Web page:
King’s speech still resonates

Published 4:18 pm Tuesday, January 20, 2015

Although I have only lived in Atmore for a little more than a year, I have already been very impressed by the way that this community celebrates Dr. Martin Luther King Jr. Day.

In far too many small towns, MLK Day is nothing more than an extra day off of work, but I love the fanfare and constant stream of events that Atmore (and its hard-working citizens and volunteers) provides.

I truly enjoyed the MLK celebration at Escambia County High School on Monday, and certainly one of the highlights was when keynote speaker Rev. Phillip Brown recited the entire speech from Dr. King’s “I Have a Dream” address on Aug. 28, 1963.

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Like many Americans, I am familiar with some of the most important passages from the speech, including “judged not by the color of their skin but by the content of their character.” And I’m sure that I have read the entire speech before. However, before Monday I had never been given the opportunity to hear the entire speech spoken out loud.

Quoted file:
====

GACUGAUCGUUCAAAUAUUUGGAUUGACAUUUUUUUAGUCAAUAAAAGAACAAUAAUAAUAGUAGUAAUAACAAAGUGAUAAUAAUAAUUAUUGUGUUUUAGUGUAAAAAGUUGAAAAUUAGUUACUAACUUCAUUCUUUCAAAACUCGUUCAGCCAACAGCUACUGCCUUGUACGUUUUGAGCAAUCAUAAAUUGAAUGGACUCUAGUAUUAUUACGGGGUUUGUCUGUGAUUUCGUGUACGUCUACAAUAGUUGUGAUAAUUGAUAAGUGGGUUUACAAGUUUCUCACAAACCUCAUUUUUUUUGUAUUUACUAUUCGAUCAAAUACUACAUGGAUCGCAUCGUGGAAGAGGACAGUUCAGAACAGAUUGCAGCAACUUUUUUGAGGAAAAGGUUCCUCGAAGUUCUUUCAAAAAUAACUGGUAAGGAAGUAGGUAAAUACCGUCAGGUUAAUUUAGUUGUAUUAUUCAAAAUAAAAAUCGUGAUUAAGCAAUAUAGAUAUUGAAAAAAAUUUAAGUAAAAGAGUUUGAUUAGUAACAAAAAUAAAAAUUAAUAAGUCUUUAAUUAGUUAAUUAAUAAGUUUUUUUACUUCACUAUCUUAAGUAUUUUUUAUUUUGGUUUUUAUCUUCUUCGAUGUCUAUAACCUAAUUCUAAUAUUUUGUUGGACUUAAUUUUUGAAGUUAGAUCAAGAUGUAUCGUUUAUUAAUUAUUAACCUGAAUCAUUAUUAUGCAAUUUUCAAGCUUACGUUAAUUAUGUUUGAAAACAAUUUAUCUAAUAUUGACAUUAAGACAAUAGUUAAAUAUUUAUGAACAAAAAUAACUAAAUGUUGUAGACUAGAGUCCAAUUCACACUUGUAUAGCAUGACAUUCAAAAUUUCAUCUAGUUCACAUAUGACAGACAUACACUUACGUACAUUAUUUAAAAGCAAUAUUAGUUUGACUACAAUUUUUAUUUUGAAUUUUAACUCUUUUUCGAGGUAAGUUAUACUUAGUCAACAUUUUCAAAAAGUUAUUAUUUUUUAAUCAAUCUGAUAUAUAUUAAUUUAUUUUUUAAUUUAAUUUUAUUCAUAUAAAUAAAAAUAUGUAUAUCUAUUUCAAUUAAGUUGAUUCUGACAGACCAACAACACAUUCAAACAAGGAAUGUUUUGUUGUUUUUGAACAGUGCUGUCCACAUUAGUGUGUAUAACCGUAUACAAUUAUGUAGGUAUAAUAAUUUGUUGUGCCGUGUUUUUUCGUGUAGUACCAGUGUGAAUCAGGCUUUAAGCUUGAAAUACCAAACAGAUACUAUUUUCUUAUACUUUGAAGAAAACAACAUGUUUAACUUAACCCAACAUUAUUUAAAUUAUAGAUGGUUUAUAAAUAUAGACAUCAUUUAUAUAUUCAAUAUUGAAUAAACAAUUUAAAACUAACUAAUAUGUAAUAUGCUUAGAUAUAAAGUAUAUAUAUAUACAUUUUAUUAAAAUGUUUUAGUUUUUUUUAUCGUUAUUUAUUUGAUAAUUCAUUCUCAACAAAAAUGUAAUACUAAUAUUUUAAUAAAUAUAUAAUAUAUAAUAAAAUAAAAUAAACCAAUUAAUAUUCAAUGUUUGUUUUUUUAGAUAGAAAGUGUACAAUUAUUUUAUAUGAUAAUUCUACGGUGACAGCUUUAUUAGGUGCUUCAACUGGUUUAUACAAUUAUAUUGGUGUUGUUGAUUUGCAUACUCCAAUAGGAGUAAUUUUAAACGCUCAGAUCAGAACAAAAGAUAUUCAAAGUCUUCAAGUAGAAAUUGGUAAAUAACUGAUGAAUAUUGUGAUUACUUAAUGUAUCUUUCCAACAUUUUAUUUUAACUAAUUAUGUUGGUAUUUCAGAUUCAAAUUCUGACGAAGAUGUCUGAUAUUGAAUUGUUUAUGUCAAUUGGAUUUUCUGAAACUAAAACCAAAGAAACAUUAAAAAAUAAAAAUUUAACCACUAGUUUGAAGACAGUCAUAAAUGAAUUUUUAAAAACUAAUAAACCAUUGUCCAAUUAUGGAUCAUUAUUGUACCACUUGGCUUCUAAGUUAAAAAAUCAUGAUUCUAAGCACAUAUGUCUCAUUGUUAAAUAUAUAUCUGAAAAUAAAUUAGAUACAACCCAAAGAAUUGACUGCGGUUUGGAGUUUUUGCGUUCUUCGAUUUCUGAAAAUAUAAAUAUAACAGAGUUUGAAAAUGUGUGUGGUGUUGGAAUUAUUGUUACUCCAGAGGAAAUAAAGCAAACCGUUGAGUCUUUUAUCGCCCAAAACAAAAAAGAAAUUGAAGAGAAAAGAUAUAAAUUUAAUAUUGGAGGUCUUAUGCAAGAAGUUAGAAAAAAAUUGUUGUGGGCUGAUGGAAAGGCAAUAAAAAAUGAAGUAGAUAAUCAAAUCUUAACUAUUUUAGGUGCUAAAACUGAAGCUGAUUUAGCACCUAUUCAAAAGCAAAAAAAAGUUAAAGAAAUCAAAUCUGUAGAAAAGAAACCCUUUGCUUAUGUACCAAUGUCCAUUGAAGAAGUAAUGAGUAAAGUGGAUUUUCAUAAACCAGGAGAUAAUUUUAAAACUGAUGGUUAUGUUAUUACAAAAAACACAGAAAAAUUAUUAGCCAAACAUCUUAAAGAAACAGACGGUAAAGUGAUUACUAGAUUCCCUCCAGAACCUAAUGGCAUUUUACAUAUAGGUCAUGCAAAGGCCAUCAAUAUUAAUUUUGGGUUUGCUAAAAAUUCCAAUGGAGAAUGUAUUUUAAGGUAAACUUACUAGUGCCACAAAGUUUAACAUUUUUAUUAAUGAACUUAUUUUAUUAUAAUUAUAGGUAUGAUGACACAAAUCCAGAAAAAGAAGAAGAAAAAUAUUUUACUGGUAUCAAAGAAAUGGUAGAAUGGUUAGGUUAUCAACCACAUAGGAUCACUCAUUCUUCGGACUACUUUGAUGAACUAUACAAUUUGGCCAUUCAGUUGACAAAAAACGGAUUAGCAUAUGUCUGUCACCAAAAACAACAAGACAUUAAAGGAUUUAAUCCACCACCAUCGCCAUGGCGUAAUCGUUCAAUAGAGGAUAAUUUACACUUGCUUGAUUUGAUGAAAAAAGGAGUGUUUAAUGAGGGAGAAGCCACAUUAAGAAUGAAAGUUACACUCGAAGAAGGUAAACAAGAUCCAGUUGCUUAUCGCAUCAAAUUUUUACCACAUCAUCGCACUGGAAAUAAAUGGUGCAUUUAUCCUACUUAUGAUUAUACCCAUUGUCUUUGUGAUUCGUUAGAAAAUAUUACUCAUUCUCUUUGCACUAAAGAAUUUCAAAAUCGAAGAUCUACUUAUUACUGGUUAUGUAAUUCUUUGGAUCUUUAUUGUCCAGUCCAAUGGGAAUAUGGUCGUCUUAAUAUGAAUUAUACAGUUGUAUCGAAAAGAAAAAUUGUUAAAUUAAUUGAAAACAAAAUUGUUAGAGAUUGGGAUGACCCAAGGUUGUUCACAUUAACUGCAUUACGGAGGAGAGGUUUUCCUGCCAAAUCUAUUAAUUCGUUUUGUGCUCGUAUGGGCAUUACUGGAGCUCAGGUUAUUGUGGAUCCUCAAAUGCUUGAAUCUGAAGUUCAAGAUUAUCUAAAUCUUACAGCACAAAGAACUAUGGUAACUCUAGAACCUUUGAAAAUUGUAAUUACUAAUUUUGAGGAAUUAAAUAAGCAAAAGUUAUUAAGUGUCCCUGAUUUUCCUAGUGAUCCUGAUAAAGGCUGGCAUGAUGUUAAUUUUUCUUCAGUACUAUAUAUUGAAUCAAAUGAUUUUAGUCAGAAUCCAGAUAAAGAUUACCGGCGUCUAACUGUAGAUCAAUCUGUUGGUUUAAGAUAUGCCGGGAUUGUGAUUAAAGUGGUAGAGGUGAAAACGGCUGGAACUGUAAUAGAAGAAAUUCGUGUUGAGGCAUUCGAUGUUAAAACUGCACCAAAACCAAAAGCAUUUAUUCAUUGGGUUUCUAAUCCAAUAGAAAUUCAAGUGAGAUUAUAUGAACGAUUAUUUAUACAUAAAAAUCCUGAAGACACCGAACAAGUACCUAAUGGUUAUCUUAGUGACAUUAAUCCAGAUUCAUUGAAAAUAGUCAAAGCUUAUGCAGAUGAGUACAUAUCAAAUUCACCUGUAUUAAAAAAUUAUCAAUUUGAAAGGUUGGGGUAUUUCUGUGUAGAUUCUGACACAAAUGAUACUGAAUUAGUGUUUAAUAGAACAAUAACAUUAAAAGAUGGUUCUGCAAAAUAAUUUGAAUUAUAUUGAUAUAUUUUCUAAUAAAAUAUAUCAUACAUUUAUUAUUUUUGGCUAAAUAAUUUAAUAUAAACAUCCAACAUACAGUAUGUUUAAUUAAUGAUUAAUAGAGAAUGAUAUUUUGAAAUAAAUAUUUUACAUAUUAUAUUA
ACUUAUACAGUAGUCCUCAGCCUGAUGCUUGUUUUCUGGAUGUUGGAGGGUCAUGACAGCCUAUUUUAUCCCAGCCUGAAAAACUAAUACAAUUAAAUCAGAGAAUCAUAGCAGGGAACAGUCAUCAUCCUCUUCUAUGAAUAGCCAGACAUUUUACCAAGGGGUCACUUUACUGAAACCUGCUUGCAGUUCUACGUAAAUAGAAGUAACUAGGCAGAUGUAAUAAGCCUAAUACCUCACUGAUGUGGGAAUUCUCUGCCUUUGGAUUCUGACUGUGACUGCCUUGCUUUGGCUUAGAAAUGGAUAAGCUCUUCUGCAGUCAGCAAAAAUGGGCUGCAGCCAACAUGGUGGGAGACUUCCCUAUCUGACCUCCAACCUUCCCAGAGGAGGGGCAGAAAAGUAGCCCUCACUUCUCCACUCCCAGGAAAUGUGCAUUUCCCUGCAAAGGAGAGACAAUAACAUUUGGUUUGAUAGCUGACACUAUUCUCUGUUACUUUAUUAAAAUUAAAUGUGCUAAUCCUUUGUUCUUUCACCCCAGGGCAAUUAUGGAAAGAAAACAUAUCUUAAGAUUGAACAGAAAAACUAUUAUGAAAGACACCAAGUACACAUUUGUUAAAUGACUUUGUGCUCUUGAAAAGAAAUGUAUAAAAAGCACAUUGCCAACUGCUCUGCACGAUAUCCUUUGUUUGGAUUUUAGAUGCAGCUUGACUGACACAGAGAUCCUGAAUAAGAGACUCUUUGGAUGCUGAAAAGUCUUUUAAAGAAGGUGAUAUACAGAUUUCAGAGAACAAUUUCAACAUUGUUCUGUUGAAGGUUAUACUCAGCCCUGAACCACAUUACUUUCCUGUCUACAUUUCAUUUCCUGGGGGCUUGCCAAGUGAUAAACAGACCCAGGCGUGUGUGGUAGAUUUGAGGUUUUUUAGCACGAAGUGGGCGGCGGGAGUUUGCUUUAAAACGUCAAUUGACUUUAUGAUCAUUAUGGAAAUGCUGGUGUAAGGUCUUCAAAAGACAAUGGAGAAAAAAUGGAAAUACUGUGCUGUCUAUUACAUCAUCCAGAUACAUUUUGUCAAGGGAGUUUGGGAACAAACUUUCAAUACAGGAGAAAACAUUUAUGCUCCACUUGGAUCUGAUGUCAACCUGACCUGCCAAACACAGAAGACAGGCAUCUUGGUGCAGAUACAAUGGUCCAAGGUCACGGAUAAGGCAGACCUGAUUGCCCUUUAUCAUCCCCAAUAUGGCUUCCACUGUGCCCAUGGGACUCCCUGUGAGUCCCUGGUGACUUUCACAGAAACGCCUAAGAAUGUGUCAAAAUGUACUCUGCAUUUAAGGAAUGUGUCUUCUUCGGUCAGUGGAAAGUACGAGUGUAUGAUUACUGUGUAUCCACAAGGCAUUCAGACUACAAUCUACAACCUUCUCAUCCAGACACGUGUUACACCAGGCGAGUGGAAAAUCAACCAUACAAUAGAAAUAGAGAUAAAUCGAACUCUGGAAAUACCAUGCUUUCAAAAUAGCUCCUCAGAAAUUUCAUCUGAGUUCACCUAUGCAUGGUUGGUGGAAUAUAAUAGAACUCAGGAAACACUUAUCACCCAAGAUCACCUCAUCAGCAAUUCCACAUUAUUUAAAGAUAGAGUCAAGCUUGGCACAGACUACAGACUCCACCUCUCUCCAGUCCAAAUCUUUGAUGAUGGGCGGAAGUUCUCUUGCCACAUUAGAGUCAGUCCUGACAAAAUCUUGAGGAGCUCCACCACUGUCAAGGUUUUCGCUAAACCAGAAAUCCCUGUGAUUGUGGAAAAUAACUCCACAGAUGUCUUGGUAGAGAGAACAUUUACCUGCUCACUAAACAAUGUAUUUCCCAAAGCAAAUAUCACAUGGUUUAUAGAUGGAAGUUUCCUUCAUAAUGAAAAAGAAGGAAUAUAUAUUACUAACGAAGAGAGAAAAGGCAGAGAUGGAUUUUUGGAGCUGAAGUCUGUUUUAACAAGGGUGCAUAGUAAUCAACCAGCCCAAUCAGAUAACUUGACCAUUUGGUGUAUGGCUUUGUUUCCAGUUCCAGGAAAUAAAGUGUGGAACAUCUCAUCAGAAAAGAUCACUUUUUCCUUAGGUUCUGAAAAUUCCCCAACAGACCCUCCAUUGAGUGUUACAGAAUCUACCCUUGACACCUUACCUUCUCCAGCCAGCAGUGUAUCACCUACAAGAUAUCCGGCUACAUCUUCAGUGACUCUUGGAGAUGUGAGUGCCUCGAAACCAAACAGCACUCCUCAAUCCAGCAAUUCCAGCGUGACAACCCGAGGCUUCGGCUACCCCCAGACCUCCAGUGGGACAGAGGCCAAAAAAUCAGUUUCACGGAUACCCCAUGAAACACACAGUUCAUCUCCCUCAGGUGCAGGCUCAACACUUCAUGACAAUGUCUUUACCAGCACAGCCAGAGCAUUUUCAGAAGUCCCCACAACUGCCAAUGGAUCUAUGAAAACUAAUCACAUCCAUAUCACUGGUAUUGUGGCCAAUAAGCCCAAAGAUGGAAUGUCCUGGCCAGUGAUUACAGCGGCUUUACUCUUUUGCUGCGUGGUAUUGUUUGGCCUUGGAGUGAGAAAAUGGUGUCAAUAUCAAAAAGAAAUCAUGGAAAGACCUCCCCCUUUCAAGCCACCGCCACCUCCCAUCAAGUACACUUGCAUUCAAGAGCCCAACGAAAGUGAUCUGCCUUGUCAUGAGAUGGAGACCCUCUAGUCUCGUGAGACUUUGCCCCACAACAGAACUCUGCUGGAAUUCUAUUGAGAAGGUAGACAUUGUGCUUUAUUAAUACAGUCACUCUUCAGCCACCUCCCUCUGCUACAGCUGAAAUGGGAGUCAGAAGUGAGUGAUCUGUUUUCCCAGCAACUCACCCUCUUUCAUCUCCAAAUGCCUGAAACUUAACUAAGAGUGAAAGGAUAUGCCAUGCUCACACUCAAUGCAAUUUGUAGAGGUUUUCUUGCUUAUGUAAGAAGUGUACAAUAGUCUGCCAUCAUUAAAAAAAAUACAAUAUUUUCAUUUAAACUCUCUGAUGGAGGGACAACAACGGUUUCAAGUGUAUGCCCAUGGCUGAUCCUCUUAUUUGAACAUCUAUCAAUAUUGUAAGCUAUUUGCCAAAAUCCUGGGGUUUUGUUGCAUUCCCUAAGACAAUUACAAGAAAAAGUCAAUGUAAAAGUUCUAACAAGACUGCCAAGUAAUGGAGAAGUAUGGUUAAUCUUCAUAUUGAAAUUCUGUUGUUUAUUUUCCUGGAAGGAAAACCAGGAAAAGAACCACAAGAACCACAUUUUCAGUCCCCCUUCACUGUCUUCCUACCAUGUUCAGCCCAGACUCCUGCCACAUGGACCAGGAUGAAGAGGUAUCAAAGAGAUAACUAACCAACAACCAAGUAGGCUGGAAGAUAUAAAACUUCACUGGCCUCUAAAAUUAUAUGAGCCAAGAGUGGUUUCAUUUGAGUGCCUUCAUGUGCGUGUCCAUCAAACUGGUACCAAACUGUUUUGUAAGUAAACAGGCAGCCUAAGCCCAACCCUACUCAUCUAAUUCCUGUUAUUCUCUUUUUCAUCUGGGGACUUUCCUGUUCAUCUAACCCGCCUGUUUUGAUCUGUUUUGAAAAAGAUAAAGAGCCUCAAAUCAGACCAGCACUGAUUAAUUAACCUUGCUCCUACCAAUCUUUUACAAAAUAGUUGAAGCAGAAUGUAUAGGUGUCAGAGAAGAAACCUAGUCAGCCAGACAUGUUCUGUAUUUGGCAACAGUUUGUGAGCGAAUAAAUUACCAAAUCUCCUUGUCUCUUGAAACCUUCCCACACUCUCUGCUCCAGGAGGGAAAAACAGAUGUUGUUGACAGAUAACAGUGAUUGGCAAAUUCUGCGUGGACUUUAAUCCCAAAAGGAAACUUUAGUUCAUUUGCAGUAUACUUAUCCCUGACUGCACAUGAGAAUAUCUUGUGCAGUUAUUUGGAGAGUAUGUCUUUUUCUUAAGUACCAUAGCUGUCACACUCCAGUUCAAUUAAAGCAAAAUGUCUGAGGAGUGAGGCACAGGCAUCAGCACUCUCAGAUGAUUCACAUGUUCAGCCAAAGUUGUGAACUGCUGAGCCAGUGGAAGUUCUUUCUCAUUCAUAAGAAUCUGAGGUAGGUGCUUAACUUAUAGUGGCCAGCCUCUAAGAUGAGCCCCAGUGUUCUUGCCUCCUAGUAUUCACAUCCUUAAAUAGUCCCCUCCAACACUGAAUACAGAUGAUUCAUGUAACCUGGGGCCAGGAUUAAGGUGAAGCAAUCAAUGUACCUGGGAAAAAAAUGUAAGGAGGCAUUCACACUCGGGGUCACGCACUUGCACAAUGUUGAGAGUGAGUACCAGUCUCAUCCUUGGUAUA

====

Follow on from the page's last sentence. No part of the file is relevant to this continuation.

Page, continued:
Brown did a phenomenal job, and if you closed your eyes, you could imagine a young King at the Washington Mall, voice bellowing as he delivered one of the greatest speeches in history.

Hearing the entire speech, and not just the excerpts, also gave me a better appreciation for some of King’s tone and language choice. The civil rights movement may have been mostly non-violent, but King still chose harsh words at times. I was surprised to hear King say such words as “down in Alabama, with its vicious racists;” “America has given the Negro people a bad check;” and “We cannot be satisfied as long as the Negro’s basic mobility is from a smaller ghetto to a larger one.”

Of course, King’s speech ends on a positive and hopeful note, and that is the part most of us are familiar with. However, I encourage everyone to read the entire speech sometime. It is definitely eye-opening.

And I hope that if Brown (or a similar speaker) returns next year, the auditorium will be standing-room only.